Also, each computer connected to the internet has a unique address called an IP address.  All it takes is the IP address of your computer, and a sensible open port number and someone can hack into your computer.  By sensible, I mean that it is not really wanted by you, to be open or is insecure, such as full access Netbios, or a trojan.  However, even more secure ports such as web servers (ex: our server has port 80 opened for anyone such as you to connect to it to view this page) can also be insecure.  But this is when software reliability comes in, and the choice of server software.  My personal experience with badly written software is pretty good, I've used server software which enabled a script kiddie to hijack our server and send spam!  We quickly got rid of it when we found that out!  So it's not only trojans and Netbios that are a security threat.

Port scanners

What most people say is "why would someone find ME, the internet is huge!".  Very true, but there are tools out there called port scanners, which scan for certain known insecure ports (such as 139) on large IP ranges.  A typical port scanner can scan 253 IP addresses on several ports within minutes.  It will list all the computers it finds that have open ports.  Some very serious people will scan large port ranges and large IP ranges and leave it overnight.  They could easily get over a few thousand ports waiting to be attacked.  Now the question remains "why would he go after MY port?" but the fact that it is exposed and easily accessible at this point should be enough to scare you, as there's a good chance a serious script kiddie would dump the info in a program that attacks all at once!  Anything is possible.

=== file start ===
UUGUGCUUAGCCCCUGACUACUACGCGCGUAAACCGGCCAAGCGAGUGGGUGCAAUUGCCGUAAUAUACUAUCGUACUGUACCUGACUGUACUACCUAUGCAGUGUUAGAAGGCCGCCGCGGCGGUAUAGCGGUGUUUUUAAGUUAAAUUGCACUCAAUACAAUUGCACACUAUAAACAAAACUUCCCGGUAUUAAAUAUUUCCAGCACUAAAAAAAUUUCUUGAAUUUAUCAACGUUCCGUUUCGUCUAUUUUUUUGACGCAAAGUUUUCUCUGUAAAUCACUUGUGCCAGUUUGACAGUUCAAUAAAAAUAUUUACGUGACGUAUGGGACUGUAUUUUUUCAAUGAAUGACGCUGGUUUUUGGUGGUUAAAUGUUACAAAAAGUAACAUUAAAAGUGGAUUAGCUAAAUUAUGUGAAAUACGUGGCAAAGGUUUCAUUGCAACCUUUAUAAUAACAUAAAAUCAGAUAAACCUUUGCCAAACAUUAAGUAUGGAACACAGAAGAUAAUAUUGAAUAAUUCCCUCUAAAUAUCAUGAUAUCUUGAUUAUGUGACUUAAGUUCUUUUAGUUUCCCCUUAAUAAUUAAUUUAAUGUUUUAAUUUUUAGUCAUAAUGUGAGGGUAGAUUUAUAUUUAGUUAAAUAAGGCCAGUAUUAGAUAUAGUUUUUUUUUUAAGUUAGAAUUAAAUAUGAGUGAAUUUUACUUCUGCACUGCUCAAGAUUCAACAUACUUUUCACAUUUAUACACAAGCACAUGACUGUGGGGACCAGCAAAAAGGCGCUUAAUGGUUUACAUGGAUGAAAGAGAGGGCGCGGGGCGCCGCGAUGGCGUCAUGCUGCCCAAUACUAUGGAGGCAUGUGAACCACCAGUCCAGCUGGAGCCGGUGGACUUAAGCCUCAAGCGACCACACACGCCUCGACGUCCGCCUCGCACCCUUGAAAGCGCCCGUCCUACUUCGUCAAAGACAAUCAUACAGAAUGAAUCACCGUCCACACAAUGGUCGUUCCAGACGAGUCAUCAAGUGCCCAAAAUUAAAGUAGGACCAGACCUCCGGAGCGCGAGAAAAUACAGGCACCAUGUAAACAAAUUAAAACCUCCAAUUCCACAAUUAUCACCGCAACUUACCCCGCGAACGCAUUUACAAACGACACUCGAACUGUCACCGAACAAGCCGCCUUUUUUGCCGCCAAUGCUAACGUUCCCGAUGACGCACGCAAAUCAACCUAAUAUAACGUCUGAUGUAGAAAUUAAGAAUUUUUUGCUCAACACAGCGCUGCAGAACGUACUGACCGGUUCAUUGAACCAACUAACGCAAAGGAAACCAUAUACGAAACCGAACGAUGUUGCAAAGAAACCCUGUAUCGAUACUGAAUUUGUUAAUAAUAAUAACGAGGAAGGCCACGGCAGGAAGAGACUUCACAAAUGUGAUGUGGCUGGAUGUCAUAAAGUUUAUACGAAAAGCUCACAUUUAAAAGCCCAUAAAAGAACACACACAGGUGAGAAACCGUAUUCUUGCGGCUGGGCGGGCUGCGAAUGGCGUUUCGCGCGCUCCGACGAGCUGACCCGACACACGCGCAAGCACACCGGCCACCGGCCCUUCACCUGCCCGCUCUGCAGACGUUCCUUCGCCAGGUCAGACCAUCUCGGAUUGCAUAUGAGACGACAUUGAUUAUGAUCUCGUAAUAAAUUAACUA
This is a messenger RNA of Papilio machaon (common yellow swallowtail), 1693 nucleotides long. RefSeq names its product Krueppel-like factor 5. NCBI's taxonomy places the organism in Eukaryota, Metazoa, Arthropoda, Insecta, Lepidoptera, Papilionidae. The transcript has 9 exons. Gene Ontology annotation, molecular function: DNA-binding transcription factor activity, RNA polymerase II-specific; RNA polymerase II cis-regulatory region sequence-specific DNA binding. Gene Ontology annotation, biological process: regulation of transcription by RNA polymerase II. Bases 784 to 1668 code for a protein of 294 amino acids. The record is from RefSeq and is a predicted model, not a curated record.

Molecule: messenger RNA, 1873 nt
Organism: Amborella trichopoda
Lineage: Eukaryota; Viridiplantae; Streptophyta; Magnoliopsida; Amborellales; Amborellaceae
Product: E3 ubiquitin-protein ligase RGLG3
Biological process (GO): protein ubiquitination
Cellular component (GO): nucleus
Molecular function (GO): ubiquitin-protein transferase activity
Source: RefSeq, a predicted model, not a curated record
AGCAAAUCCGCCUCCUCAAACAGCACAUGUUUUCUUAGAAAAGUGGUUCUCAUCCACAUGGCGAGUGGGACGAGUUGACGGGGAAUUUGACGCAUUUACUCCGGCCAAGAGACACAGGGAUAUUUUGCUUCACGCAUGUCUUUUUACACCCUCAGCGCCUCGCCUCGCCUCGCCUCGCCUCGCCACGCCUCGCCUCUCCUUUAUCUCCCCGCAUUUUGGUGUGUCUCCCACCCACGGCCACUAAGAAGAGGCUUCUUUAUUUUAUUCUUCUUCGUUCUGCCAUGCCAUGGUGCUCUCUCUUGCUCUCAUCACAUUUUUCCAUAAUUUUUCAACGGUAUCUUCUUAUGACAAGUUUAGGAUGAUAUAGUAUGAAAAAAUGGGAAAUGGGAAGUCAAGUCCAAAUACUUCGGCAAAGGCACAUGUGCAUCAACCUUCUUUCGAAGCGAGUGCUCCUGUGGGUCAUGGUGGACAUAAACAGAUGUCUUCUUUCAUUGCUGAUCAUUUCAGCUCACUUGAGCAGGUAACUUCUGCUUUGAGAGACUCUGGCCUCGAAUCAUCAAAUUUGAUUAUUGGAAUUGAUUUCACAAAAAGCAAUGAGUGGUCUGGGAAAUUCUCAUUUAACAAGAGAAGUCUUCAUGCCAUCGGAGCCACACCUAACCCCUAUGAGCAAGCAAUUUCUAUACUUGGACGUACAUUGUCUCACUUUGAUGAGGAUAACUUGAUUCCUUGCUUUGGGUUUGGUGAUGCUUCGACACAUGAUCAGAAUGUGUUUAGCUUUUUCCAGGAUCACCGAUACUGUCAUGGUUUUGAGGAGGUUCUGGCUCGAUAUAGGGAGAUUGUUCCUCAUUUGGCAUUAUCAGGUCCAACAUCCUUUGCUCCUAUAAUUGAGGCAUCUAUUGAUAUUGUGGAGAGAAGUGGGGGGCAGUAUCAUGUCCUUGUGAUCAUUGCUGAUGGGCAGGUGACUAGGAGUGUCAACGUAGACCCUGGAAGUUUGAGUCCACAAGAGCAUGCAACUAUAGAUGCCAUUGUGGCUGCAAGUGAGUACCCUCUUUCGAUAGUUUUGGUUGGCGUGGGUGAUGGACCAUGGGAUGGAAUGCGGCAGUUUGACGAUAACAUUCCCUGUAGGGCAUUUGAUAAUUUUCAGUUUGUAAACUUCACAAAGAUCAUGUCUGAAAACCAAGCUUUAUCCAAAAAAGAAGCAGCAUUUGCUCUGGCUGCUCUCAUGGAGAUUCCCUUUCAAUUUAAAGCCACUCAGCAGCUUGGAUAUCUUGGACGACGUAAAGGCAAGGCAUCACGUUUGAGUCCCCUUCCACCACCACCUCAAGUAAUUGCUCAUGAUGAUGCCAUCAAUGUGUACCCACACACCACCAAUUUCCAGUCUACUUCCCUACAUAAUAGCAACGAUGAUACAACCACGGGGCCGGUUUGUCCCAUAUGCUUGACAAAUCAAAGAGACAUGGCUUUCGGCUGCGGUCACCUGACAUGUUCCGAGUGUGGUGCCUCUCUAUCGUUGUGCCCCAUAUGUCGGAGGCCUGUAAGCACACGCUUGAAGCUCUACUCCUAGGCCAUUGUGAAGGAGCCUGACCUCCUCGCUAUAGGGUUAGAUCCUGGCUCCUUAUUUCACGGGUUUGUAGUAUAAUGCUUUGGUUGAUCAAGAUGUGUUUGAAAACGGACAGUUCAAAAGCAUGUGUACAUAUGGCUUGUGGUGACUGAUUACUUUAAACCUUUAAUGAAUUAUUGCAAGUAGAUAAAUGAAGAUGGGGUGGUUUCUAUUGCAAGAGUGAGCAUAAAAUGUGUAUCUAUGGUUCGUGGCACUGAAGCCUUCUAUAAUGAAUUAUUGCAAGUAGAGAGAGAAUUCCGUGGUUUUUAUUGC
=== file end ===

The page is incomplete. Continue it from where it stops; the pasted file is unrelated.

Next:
Locking your doors

Just like you lock your door at night, you want to close ports that you don't need or want.  If you are not using the netbios protocol, you can disable it through file and print share found in the control panel under network properties.  For trojans, it is recommended to update your virus scanner more frequently to avoid them in the first place, but if it's too late, there are many utilities available to remove trojans, and most virus scanners will remove them upon a notice.